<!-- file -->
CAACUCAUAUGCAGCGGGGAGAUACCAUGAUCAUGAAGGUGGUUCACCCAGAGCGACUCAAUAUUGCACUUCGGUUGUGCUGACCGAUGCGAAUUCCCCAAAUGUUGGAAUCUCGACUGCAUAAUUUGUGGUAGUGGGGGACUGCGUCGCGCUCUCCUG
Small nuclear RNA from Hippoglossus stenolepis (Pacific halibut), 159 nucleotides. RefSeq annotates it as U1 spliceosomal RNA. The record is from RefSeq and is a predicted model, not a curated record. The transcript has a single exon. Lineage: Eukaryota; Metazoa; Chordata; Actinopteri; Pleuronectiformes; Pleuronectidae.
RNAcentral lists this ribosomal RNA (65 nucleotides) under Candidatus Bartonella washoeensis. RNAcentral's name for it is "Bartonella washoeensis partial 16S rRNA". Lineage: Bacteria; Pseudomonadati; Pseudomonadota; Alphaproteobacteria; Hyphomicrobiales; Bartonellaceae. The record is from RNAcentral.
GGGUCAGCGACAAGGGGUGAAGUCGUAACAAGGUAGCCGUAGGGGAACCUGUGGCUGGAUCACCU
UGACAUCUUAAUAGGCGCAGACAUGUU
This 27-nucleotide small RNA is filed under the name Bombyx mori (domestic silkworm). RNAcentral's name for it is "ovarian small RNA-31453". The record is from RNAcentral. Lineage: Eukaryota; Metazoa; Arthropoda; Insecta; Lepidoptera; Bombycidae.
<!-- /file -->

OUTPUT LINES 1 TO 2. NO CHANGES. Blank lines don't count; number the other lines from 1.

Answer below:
CAACUCAUAUGCAGCGGGGAGAUACCAUGAUCAUGAAGGUGGUUCACCCAGAGCGACUCAAUAUUGCACUUCGGUUGUGCUGACCGAUGCGAAUUCCCCAAAUGUUGGAAUCUCGACUGCAUAAUUUGUGGUAGUGGGGGACUGCGUCGCGCUCUCCUG
Small nuclear RNA from Hippoglossus stenolepis (Pacific halibut), 159 nucleotides. RefSeq annotates it as U1 spliceosomal RNA. The record is from RefSeq and is a predicted model, not a curated record. The transcript has a single exon. Lineage: Eukaryota; Metazoa; Chordata; Actinopteri; Pleuronectiformes; Pleuronectidae.